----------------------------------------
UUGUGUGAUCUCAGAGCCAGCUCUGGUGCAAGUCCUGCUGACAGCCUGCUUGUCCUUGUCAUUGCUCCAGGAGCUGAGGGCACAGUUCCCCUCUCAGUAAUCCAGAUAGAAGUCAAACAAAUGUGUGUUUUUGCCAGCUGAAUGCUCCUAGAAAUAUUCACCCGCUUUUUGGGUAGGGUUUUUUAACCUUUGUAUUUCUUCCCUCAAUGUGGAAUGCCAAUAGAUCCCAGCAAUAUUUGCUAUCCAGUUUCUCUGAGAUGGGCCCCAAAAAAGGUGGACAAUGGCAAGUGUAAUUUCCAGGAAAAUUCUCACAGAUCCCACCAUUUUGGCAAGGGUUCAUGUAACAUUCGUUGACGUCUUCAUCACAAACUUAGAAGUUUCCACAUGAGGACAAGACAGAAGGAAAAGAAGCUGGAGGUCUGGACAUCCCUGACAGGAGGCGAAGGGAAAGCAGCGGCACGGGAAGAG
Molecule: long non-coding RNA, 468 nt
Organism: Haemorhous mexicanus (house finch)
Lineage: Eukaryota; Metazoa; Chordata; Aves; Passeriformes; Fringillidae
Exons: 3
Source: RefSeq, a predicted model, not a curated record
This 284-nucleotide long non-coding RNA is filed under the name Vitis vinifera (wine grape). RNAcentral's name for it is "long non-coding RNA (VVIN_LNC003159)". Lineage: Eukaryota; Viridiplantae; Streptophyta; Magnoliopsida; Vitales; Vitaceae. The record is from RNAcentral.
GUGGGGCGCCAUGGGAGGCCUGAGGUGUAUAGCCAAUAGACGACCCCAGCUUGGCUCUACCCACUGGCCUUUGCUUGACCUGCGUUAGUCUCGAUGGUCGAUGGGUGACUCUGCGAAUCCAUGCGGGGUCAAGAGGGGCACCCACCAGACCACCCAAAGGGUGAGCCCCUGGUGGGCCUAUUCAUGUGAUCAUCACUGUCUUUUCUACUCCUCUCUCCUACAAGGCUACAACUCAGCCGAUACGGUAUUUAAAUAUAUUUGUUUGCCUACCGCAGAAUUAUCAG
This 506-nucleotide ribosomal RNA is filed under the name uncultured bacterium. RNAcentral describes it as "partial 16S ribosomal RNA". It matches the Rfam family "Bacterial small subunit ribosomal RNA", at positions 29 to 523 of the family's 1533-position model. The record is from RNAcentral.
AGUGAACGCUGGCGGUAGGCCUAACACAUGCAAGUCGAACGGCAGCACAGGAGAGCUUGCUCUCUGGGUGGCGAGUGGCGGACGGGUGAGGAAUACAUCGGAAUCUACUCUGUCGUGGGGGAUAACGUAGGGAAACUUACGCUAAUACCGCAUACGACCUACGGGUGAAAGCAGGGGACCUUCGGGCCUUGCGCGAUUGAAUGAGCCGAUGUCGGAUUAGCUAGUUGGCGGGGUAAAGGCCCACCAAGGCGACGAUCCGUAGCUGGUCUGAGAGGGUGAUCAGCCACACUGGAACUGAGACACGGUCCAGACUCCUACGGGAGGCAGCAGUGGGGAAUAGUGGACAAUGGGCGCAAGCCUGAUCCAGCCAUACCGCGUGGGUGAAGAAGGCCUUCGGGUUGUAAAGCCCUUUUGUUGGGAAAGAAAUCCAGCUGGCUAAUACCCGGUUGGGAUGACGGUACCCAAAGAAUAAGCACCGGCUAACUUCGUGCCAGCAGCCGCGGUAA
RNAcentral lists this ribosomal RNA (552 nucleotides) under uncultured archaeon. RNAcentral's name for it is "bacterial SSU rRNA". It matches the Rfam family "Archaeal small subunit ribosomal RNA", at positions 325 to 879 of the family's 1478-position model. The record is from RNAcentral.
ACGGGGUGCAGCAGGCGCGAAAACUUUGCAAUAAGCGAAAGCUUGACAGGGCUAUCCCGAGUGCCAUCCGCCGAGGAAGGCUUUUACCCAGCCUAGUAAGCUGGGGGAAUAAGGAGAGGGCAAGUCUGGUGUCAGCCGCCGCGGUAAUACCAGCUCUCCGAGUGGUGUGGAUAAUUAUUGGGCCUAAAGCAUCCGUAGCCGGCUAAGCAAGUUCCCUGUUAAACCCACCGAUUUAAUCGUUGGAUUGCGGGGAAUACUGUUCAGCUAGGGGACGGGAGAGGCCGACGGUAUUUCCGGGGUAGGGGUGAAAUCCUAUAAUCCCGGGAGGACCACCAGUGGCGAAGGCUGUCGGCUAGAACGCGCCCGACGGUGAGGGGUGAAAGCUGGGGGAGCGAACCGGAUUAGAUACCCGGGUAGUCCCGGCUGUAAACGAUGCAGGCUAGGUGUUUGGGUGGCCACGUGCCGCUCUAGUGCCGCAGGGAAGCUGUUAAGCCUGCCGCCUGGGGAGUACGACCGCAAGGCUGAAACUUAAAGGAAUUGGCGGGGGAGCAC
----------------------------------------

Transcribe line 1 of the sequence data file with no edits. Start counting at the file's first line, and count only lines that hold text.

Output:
UUGUGUGAUCUCAGAGCCAGCUCUGGUGCAAGUCCUGCUGACAGCCUGCUUGUCCUUGUCAUUGCUCCAGGAGCUGAGGGCACAGUUCCCCUCUCAGUAAUCCAGAUAGAAGUCAAACAAAUGUGUGUUUUUGCCAGCUGAAUGCUCCUAGAAAUAUUCACCCGCUUUUUGGGUAGGGUUUUUUAACCUUUGUAUUUCUUCCCUCAAUGUGGAAUGCCAAUAGAUCCCAGCAAUAUUUGCUAUCCAGUUUCUCUGAGAUGGGCCCCAAAAAAGGUGGACAAUGGCAAGUGUAAUUUCCAGGAAAAUUCUCACAGAUCCCACCAUUUUGGCAAGGGUUCAUGUAACAUUCGUUGACGUCUUCAUCACAAACUUAGAAGUUUCCACAUGAGGACAAGACAGAAGGAAAAGAAGCUGGAGGUCUGGACAUCCCUGACAGGAGGCGAAGGGAAAGCAGCGGCACGGGAAGAG